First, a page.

Old pals pleased with Ireland v Denmark draw

Managers’ interesting history makes their World Cup playoff clash all the more exciting

The Republic of Ireland will face Denmark in their playoff for a World Cup 2018 place. while Northern Ireland will take on Switzerland. Video: FIFA

 

If there really was a sense that Ireland needed a little luck to nudge them towards next summer’s World Cup finals in Russia then they seemed to get it on Tuesday in Zurich where Martin O’Neill’s side were drawn to face Denmark, lowest ranked of the seeded sides, with the first of the two legs to be played in Copenhagen on the 11th of next month.

A game of different sorts is generally played in these situations by managers aiming to avoid tempting fate and both men duly responded with carefully stated caution to the news that they would face the other, although O’Neil did confirm that his preference had been to avoid Italy while his former Manchester City and Norwich team-mate, Age Hareide, confided to local reporters that for him it had been a case of anyone bar the Swedes.

O’Neill sounded enthusiastic about the prospect of coming face to face with his old friend and Hareide reflected warmly on a friendship that had been struck up after the pair arrived at Maine Road on the very same day. When the pair moved on, he revealed, the Irish man had even been his landlord for a spell.

Their reunion next month may well be amicable but O’Neill’s aim over the four days will be eviction, pure and simple.    

“I know Denmark and I know the manager, Age Hareide, he and I used to play together, so it will be an interesting confrontation,” acknowledged the Irish man.

Tough fight

“The second match is in Dublin [on November 14th] and I hope that we will have something to play for by the time we get there. I think that all of those teams that were unseeded probably didn’t want to play Italy; that said, it’s going to be a difficult game for us but we’ll take our chances.

Hareide said that he anticipates “a tough fight” over the two legs with the Danes, he suggested, having to make the running in the home leg if they want to have an advantage to take to Dublin.

“When we start home,” he said, “it’s important that we have a good plan that we can also take away with us. In the Parken [the stadium where the first leg will be played] we must work hard to break them down. We must show our supporters that we sacrifice ourselves in tackling, racing and attacking, that we give everything we have, so we have a good starting point before going to Ireland.”

There will, one suspects, be no condescension from this opposition manager about Ireland’s “British” game. Hareide certainly has no aversion to “passion” and what are generally seen to be its other positive attributes or, indeed, the odd long ball and it might just be that self-styled purists out there will not mourn the fact that one of these teams is going to account for the other.

Ireland will be without David Meyler for the first leg due to suspension and O’Neill strongly suggested that Jon Walters is, along with Seamus Coleman, likely to miss both games through injury. A major concern in Copenhagen, though, will be the number of his players who are a booking away from being ruled out of the match at the Aviva.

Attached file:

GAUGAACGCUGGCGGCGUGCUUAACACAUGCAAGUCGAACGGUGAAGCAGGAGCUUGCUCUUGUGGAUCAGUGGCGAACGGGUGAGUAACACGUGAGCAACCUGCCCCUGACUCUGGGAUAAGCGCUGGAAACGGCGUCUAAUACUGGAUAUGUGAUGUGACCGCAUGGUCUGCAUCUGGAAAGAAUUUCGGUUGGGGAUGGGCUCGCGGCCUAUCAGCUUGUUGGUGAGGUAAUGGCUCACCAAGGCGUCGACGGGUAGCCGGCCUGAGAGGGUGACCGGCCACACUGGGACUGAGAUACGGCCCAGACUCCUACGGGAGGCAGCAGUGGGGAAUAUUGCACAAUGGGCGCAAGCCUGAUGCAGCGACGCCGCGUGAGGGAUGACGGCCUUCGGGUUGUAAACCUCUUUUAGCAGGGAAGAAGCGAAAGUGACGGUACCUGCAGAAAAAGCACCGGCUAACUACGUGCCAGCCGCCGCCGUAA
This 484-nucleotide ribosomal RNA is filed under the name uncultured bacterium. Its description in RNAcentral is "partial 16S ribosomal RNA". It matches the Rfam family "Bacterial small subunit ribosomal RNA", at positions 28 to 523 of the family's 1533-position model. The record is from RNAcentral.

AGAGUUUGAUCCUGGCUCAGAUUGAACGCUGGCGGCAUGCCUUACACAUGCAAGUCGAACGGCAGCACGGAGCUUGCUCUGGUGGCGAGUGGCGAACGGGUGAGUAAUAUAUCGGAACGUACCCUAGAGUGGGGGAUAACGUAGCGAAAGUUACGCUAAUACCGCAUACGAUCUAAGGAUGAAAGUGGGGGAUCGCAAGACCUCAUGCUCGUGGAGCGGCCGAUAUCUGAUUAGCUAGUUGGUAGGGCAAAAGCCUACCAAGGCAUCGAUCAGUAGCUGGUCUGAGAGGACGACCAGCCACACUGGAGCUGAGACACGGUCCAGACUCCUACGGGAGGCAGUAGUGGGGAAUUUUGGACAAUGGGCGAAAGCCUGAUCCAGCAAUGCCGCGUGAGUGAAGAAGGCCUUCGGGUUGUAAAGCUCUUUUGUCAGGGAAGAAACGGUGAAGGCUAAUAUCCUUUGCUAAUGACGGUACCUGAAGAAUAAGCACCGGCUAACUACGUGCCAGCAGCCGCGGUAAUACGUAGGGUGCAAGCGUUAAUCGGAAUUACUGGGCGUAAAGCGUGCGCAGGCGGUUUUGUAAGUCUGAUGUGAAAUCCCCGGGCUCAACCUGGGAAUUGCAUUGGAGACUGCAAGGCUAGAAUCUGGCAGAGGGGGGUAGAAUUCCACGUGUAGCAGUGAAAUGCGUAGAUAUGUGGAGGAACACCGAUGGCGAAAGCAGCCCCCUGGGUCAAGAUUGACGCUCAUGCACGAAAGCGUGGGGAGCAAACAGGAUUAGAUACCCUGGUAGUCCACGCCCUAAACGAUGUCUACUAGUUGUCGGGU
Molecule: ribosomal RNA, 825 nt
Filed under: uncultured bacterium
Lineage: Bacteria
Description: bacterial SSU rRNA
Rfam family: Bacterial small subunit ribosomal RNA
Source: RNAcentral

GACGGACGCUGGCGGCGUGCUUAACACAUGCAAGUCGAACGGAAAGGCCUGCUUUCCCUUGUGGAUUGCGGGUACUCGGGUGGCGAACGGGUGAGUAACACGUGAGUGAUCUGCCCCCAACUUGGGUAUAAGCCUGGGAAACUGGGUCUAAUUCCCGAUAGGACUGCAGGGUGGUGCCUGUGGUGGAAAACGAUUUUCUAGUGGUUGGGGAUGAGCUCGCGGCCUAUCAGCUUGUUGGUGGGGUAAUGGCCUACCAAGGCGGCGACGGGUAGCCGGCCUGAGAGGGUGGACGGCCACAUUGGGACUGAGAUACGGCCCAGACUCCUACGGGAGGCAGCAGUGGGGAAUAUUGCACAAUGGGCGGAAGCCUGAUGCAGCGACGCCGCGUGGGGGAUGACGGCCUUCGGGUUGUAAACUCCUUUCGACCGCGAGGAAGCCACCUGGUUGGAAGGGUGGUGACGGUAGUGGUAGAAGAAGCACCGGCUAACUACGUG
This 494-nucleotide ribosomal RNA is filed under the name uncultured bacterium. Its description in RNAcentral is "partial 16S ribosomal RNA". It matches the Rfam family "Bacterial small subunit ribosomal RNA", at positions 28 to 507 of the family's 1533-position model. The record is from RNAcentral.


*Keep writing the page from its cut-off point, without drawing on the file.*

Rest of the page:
He can, however, take some consolation from the fact that he is not alone in having some issues to contend with. The Danes seem set to be without Real Betis left back Riza Durmisi who was injured at the weekend while seven of their squad, including skipper Simon Kjaer of Seville, leader of the attacking line Andreas Cornelius and star midfielder Christian Eriksen, are a card away from being suspended.

Attacking punch

The Danes pack quite an attacking punch on their day but the Irish manager is likely to feel there are pressure points there too for his players to exploit. His side seems likely to be well supported in the Danish capital too with Tuesday’s draw sparking the usual scramble for flights and hotels among fans.

Applications for tickets for that game can still be made through the FAI website while season and premium ticket holders for games at the Aviva can purchase seats for the second leg this morning with the general sale scheduled to take place on Friday morning.

Northern Ireland, meanwhile, appeared to get a slightly tougher draw with Michael O’Neill’s side set to play Switzerland at home on November 9th before travelling to Basel for the return three days later.

“Look we’re pleased with the draw to be honest and that’s not to be disrespectful to Switzerland in any shape or form,” said their manager.

“They had a very strong qualification campaign with nine victories and just missed out in the end with the game in Portugal but I think that it is possibly more difficult for them coming into the playoff in that scenario.

“We have everything to play for and the first leg being in Belfast, I think, gives us a real opportunity to get a foothold in the tie. We have been extremely strong at home, we have kept four clean sheets in the group and obviously that augers well for this tie as well but we’ve shown ourselves to be capable of scoring away from home.

“They will obviously go into the tie as favourites but it’s a tie I genuinely believe that we can win and I know the players will feel the same.”

Fixtures (7.45 unless stated): Nov 9th: Croatia v Greece, Northern Ireland v Switzerland; 10th: Sweden v Italy; 11th: Denmark v Republic of Ireland; 12th: Switzerland v Northern Ireland (5.0), Greece v Croatia; 13th: Italy v Sweden; 14th Republic of Ireland v Denmark.  

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